Her song is a story of us, and of how we relate to the purity of this particular night in this particular story. We – the woman singing by the well – we come to this moment of absolute perfection and we bring with us all our wrongs, all our sins, and all our neglects, all tied up in little bags.

We have no place else to go.

She sings the whole song, and our mind is caught up on every word (including the part about drinking apple wine!) After it’s over and she wanders on into the darkness, after her little rest by the well: we remember her last words, “I’ll be fine. I’ll be fine.”

And won’t we all.

Burdens. Troubles. Sins. Even getting kicked out with no place to go by the people you thought (expected!) loved you. We come to that night of most perfect calm, to a night when we can leave our parcels in the dirt by that well. We leave the heavy stuff and keep going on our way singing, “I’ll be fine.” and a little stronger: “I’ll be fine.”

The story continues on its way, and we are back in the small hometown church, watching our kids dressed as Mary and Joseph and Angels and cows. And when the play gets to that part when everybody sings, Silent Night, it somehow means something different than the first million or two times we’ve sang that song.

Heavenly peace. Heavenly peace.
You’ll be just fine.

Keep the faith!
– Amen




Hard Candy Christmas

By Dolly Parton

Hey, maybe I’ll dye my hair
Maybe I’ll move somewhere
Maybe I’ll get a car

Maybe I’ll drive so far
That I’ll lose track
Me, I’ll bounce right back
Maybe I’ll sleep real late

Maybe I’ll lose some weight
Maybe I’ll clear my junk
Maybe I’ll just get drunk on apple wine
Me, I’ll be just

Fine and dandy
Lord it’s like a hard candy Christmas
I’m barely getting through tomorrow
But still I won’t let
Sorrow bring me way down

I’ll be fine and dandy
Lord it’s like a hard candy Christmas
I’m barely getting through tomorrow
But still I won’t let
Sorrow get me way down

Hey, maybe I’ll learn to sew
Maybe I’ll just lie low
Maybe I’ll hit the bars
Maybe I’ll count the stars until dawn
Me, I will go on

Maybe I’ll settle down
Maybe I’ll just leave town
Maybe I’ll have some fun
Maybe I’ll meet someone
And make him mine
Me, I’ll be just

Fine and dandy
Lord it’s like a hard candy Christmas
I’m barely getting through tomorrow
But still I won’t let
Sorrow bring me way down

I’ll be fine and dandy
Lord it’s like a hard candy Christmas
I’m barely getting through tomorrow
But still I won’t let
Sorrow bring me way down

I’ll be fine and dandy
Lord it’s like a hard candy Christmas
I’m barely getting through tomorrow
But still I won’t let
Sorrow bring me way down

‘Cause I’ll be fine
(I’ll be fine)
Oh, I’ll be fine.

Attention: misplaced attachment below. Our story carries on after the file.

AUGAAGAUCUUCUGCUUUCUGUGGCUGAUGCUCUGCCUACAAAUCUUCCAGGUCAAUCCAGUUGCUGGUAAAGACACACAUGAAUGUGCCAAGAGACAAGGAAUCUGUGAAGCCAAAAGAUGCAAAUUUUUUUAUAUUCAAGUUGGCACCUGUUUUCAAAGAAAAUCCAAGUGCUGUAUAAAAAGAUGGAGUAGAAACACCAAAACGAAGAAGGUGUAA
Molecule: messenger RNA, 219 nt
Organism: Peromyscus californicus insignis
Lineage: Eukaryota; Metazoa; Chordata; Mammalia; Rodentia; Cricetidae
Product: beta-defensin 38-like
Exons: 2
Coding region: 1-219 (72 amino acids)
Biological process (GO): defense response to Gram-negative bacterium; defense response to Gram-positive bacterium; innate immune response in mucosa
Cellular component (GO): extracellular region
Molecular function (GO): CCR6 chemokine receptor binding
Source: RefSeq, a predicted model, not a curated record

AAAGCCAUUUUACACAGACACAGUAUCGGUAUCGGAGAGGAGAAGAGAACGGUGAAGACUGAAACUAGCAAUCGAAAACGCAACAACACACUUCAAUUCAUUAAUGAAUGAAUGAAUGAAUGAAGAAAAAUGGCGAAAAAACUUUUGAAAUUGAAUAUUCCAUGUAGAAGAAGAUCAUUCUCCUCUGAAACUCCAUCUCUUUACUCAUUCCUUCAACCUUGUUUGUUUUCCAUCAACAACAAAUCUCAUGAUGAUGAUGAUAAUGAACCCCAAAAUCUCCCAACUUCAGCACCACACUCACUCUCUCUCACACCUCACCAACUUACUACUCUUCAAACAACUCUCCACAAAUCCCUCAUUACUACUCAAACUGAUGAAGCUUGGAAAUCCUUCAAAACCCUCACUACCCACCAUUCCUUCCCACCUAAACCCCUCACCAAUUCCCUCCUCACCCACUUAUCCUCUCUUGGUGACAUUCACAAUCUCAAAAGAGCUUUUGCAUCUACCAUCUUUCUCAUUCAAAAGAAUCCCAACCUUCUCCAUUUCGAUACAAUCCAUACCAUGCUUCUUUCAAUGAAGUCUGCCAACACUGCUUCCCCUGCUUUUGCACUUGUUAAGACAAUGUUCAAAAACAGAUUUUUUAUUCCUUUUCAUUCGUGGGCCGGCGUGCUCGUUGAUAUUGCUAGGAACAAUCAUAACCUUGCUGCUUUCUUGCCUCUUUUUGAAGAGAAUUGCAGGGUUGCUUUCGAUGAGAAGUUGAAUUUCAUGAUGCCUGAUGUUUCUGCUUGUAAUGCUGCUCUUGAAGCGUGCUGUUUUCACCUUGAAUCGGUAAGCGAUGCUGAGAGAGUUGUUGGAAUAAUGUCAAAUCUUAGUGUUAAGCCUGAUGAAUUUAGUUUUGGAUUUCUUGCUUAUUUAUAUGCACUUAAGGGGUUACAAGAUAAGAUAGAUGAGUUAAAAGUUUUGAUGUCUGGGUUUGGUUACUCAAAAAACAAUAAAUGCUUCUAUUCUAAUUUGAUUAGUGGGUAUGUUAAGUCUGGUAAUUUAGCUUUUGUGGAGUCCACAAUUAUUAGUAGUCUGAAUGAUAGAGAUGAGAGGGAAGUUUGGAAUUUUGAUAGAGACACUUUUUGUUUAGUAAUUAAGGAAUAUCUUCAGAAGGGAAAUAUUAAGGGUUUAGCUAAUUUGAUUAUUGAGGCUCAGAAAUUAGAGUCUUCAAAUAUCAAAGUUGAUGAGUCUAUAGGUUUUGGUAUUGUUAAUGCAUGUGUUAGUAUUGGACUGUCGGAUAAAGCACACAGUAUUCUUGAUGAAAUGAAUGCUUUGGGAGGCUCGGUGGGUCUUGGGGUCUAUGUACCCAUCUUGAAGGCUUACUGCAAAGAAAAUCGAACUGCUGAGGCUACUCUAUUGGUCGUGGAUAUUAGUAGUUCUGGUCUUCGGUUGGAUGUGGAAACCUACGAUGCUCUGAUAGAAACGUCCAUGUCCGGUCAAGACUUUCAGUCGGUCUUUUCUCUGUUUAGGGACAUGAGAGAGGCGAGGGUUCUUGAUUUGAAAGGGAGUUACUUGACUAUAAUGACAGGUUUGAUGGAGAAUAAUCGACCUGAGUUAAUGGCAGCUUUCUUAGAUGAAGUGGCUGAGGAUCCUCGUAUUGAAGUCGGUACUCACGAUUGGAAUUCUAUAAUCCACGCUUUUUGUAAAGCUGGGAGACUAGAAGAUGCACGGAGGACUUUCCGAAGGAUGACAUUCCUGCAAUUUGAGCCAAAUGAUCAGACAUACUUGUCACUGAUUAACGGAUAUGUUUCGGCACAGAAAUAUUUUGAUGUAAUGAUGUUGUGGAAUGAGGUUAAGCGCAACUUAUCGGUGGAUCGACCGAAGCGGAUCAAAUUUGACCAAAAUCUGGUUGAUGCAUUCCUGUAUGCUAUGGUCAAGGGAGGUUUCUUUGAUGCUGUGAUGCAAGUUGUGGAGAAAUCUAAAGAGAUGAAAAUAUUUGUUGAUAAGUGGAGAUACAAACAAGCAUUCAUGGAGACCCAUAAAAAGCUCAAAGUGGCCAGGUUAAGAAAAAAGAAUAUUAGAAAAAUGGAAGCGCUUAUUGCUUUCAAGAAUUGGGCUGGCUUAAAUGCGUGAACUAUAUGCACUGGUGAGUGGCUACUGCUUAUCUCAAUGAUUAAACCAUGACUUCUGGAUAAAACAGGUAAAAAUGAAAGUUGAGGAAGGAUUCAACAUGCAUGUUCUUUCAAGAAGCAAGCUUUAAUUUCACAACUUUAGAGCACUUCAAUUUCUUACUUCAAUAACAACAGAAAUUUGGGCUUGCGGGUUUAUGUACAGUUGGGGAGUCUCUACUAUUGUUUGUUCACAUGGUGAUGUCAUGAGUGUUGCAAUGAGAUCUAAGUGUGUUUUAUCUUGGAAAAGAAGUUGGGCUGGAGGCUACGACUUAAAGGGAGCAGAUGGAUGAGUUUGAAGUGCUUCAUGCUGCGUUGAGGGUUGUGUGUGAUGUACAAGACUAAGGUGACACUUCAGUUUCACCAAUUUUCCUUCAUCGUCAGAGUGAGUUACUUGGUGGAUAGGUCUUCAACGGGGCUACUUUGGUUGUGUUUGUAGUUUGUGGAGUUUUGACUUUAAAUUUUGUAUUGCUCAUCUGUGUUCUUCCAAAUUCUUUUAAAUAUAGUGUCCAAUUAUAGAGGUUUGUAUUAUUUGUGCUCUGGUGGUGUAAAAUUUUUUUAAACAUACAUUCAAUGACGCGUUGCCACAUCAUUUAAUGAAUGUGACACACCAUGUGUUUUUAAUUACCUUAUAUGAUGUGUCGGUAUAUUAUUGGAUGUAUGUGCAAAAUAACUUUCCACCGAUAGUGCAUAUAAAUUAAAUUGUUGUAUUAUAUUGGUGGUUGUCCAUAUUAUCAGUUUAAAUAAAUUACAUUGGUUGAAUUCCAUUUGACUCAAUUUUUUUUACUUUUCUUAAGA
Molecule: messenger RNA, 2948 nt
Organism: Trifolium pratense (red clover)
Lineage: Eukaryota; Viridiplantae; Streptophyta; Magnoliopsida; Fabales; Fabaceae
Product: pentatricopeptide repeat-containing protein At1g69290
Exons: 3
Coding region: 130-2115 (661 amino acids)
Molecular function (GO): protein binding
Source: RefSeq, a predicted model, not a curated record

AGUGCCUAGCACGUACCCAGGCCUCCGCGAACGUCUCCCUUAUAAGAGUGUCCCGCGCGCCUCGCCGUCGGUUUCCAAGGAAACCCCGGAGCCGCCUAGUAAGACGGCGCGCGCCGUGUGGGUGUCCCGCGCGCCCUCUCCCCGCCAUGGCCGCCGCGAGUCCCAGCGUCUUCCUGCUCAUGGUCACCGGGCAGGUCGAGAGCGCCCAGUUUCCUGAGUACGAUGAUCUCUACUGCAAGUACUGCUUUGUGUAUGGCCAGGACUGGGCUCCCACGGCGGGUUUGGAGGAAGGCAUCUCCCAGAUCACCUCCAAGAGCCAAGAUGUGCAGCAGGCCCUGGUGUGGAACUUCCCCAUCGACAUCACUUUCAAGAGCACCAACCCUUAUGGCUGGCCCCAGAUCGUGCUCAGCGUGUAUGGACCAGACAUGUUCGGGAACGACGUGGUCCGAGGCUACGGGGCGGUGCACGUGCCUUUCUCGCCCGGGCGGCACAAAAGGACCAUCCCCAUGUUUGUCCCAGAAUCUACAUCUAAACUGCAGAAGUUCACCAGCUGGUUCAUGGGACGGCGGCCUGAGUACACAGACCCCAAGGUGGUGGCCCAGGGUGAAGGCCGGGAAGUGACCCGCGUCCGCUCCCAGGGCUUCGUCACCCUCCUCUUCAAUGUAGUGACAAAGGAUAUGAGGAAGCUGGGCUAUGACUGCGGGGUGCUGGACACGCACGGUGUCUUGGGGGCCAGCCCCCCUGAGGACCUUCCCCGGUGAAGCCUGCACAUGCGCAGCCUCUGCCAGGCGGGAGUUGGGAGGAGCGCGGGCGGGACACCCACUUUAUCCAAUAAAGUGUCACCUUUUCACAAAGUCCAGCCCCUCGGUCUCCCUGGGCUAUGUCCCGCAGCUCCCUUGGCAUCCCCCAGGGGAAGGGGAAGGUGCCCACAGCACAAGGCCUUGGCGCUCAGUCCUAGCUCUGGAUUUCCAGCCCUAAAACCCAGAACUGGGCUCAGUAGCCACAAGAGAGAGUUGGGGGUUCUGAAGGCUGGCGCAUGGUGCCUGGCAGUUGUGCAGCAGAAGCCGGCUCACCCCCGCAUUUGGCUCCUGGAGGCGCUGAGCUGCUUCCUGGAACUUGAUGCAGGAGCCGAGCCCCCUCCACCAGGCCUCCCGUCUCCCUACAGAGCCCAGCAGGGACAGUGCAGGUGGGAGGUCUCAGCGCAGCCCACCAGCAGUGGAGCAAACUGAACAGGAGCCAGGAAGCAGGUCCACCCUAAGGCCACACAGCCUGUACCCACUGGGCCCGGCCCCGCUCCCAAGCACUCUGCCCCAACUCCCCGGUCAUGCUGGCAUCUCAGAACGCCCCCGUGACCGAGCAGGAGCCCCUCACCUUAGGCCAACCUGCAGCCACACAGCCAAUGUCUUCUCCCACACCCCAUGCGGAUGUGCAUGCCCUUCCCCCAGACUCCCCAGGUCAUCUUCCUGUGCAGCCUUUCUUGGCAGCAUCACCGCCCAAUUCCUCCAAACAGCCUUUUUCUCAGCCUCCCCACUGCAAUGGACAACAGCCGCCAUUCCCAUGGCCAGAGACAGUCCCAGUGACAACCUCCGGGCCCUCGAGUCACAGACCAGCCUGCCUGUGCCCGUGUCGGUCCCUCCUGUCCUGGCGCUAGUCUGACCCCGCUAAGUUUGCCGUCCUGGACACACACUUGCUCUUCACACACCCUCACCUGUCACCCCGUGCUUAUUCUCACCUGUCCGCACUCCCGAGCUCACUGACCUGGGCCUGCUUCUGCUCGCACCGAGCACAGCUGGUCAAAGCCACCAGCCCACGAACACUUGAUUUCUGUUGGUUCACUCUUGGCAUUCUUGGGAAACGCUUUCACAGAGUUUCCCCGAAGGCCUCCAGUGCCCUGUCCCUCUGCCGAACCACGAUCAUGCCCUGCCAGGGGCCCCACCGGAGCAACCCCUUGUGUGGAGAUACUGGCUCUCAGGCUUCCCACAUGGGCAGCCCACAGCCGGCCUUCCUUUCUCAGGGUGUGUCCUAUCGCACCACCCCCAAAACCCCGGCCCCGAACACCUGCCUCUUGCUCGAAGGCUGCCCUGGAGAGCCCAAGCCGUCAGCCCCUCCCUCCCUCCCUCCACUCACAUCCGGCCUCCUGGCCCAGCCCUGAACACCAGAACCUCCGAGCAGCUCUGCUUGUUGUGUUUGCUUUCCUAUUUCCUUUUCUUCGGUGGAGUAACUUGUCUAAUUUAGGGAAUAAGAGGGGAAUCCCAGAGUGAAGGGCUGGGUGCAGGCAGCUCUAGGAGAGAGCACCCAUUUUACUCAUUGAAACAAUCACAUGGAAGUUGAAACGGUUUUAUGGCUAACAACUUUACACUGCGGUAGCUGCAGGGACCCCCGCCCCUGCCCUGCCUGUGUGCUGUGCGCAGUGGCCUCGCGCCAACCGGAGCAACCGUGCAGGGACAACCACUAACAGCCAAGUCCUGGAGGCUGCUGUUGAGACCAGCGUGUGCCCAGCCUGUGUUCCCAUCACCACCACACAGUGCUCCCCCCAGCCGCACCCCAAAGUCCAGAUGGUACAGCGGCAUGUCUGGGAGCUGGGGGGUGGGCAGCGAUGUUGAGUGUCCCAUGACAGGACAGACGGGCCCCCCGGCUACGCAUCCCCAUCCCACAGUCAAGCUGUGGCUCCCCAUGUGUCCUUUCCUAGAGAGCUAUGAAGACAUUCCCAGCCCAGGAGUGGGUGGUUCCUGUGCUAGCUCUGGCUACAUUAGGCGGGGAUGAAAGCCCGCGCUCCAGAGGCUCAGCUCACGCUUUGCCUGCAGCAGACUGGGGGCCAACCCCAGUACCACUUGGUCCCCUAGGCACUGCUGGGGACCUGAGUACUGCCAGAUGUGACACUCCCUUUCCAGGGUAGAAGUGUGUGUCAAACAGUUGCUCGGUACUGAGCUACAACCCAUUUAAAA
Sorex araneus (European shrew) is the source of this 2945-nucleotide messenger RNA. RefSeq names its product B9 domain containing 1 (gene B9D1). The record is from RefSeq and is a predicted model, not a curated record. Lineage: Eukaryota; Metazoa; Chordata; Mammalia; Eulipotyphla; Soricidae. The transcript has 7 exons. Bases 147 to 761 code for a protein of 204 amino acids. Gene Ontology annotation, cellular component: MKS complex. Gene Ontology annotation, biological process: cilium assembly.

Where were you? Hide your eyes.

Life is full of those “do you remember where you were and what you were doing when….” moments. I have no recollection of the assassination of President Kennedy, but I was watching television – while playing on the floor as a child – the morning that Lee Harvey Oswald was killed. I don’t remember the Kennedy event, but I remember great running and crying of the adults around me. Running and crying.

I remember very well where I was on the morning of 9/11 as it was happening. I remember folks running around the office to find televisions and turn them on and try to get some sort of a decent signal in our non-networked building. Those memories and how I felt weren’t as strong to me as a few minutes I spent with a good friend of mine – just recently passed – who was in our office on business that day. She was a New Yorker. A native of the City. A saw with her a few minutes with her, staring in shock at the television. There was nothing to say, no conversation necessary. We sat in silence and watched the TV. That memory – that moment of off-business bonding with a business associate – that is the one that has stuck with me over the years.

Fast forward 14 years to the recent anniversary of the date. Everything is still fresh and raw to our memories, even after a decade and a half, it’s almost as if it happened last week. Almost. It is a day that we believe – and teach to the next generation – will live in infamy. There were moments of silence all around the country. There were tributes. There were readings of the names of the dead, as if we had been to some great war, and now in solemnity we remembered our fallen comrades and kin.

This 14th anniversary is likely one I will remember because when all the anti-celebration was going on, I overheard something that stopped me in my tracks.